Finding financing for your business.
"Stop wasting time whining that your bank won't lend you money," says Graeme Howard, an investment banker in Rock Hall, Maryland. "Take a walk through your balance sheet to figure out precisely where there is room for creative financing." Here, Howard offers a few suggestions.
1. Ride that float. You can successfully keep a negative balance in your checkbook, Howard says--and, by doing so, gain access to more money than you really have. The key is staying one step ahead of your bank's payment of the checks you write. "There's simply no reason to keep extra money in a bank," contends Howard.
2. Set up a bonded warehouse. If you need capital for inventory, Howard recommends setting up what is known as a bonded warehouse on your property. "The inventory is maintained on your property but continues to be owned by the vendor, and you are not invoiced for it until it leaves the warehouse," he says.
3. Tap friends for unfinanced receivables. Selling receivables to a third-party factor is old hat for many. Typically, a secured lender will advance 50 percent to 80 percent of your receivables. Then, says Howard, tap friends for an advance on the remaining 20 percent to 50 percent. "You will get a yes fairly often," Howard says, "because you're not simply holding out your hand for a loan, and the risk is fairly low."
4. Go to a venture leasing company. The difference between these companies and traditional equipment lessors, says Howard, is venture leasing companies will "take a risk on a semicreditworthy company in exchange for higher rates and some form of equity participation in your business." If you need office equipment, they're out there looking for deals.
5. Move in with a friend. If you need office or factory space, "move into someone else's," says Howard. "It's foolish to add to your own [facility] when there are so many companies out there with excess capacity."
6. Finance prepaid expenses. "Business insurance usually is paid in advance for the full year," says Howard. Ask your agent for the name of a company that finances insurance premiums. One of two favorable results will occur, according to Howard: "They'll either give you the name of a company or finance it themselves by changing their billing plan."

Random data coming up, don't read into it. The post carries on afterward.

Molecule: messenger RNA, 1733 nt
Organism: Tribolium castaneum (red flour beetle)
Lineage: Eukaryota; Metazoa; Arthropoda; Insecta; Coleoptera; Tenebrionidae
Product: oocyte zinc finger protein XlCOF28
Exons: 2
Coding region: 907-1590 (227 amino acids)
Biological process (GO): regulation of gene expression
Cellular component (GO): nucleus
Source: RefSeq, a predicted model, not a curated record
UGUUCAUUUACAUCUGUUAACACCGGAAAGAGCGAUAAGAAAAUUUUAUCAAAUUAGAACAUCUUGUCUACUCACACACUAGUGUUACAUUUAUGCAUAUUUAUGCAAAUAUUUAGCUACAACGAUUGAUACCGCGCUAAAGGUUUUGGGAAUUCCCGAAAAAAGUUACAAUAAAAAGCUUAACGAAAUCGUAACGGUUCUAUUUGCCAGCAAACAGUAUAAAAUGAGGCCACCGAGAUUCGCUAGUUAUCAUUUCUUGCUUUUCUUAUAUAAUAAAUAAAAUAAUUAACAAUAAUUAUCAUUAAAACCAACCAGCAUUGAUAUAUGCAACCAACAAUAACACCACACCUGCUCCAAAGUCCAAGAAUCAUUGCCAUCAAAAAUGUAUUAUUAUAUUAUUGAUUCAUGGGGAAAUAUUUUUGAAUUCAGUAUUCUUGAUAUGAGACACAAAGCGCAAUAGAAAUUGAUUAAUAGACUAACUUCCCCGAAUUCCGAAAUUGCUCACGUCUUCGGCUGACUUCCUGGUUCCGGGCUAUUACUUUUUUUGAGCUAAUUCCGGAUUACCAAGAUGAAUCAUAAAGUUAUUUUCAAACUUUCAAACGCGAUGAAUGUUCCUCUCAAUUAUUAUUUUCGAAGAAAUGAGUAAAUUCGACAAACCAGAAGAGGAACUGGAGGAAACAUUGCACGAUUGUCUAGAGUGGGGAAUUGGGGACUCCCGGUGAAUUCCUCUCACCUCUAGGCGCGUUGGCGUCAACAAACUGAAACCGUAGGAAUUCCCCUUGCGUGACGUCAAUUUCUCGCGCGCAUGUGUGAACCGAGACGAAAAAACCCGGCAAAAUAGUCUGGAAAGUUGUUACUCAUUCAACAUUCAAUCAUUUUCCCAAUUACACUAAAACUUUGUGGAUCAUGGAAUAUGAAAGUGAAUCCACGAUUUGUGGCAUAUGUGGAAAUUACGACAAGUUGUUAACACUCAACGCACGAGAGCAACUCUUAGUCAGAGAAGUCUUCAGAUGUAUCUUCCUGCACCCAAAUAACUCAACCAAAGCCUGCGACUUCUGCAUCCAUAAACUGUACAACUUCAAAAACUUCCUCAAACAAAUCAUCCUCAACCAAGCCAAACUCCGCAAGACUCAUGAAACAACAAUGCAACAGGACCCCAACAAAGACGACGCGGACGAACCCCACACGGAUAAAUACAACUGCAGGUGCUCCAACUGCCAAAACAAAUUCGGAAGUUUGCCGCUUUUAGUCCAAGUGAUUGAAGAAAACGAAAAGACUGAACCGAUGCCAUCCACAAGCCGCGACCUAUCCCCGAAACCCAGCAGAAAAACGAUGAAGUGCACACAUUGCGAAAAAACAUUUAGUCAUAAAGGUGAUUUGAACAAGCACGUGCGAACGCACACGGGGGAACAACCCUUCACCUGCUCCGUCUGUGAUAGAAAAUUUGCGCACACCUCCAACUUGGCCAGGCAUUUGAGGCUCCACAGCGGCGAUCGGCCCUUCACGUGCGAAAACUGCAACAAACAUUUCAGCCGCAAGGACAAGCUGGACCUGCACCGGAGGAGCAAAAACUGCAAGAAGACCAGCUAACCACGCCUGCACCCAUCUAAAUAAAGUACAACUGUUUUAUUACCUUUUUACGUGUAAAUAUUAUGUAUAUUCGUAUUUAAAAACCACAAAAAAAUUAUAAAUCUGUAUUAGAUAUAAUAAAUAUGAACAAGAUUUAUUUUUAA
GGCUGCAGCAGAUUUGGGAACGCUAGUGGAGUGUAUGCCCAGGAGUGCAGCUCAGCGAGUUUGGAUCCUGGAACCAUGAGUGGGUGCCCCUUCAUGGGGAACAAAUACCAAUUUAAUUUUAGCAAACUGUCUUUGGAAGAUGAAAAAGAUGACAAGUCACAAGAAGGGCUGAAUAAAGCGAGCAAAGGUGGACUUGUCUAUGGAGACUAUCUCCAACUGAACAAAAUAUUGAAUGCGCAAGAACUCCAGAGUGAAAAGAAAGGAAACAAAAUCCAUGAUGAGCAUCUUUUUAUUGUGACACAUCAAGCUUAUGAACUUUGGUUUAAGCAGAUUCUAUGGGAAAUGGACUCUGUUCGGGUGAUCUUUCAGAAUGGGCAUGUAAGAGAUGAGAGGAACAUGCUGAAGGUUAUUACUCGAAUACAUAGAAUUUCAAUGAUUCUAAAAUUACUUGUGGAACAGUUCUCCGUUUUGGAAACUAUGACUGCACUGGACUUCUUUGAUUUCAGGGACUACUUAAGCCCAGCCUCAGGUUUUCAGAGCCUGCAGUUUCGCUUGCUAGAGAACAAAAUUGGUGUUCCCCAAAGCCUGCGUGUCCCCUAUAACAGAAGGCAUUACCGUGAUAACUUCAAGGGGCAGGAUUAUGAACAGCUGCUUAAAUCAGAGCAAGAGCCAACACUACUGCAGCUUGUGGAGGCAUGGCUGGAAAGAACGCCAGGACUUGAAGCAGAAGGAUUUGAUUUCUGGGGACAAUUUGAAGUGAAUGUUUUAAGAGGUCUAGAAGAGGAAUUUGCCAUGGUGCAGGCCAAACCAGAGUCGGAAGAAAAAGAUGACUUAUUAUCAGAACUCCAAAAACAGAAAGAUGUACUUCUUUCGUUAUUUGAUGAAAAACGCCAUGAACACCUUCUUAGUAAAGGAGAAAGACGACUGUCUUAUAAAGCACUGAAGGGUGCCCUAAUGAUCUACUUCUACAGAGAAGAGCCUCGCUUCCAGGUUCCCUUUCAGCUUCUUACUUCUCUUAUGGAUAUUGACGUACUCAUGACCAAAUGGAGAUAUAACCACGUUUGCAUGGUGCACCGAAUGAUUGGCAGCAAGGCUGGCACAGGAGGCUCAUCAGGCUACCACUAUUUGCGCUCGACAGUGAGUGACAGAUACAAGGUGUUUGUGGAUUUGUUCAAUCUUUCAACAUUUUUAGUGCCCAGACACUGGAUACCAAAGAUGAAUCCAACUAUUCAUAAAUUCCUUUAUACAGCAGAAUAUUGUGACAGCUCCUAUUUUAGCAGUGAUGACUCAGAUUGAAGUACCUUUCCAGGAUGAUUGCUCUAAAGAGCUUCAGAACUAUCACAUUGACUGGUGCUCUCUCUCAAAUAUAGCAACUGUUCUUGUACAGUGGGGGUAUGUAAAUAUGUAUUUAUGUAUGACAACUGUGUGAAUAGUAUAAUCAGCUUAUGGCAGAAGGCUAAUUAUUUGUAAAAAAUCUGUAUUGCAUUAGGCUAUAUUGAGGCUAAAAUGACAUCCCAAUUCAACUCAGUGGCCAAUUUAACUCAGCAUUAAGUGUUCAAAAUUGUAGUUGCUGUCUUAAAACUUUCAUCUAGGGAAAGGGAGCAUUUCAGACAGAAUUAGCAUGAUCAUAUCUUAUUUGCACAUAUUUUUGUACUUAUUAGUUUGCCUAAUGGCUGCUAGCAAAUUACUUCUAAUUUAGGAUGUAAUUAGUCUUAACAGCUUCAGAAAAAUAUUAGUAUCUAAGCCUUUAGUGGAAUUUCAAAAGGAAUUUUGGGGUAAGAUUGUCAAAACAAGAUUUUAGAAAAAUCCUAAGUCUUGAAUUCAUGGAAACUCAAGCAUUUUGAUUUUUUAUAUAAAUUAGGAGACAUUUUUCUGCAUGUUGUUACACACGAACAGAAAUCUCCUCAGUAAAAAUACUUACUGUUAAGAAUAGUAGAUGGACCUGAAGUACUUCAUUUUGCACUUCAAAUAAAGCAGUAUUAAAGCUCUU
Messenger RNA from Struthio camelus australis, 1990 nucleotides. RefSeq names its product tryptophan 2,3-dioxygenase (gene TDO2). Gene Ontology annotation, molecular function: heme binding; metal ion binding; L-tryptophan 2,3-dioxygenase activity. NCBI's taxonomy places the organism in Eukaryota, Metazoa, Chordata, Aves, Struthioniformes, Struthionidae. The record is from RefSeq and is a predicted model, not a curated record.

7. Sell rights. If you have a proprietary technology, process or product, Howard recommends selling the rights in other parts of the world. "If you're never going to sell your product or service in Argentina," he says, "you might as well sell those rights to someone who will pay you cash for them."
8. Ask for extensions. Moving over to the right-hand side of the balance sheet, where the liabilities are, Howard suggests asking creditors for extensions. "Some people will say no," he says, "but others will say yes."
9. Sell equity. Heading south on the balance sheet into the shareholder equity section raises the specter of selling a part of your company. An enterprise's potential is worth something, and this value can be sold to investors who want to cash in on your future growth.
10. Analyze yourself. Get a pencil, pad and an Annual Statement Study from Robert Morris Associates, a commercial lender in Philadelphia that provides information on how to compare your company with others in your industry. "This will either give you solid evidence that you are a good credit risk and deserve a loan," says Howard, "or tell you in a New York minute why you need to apply yourself to steps one through nine."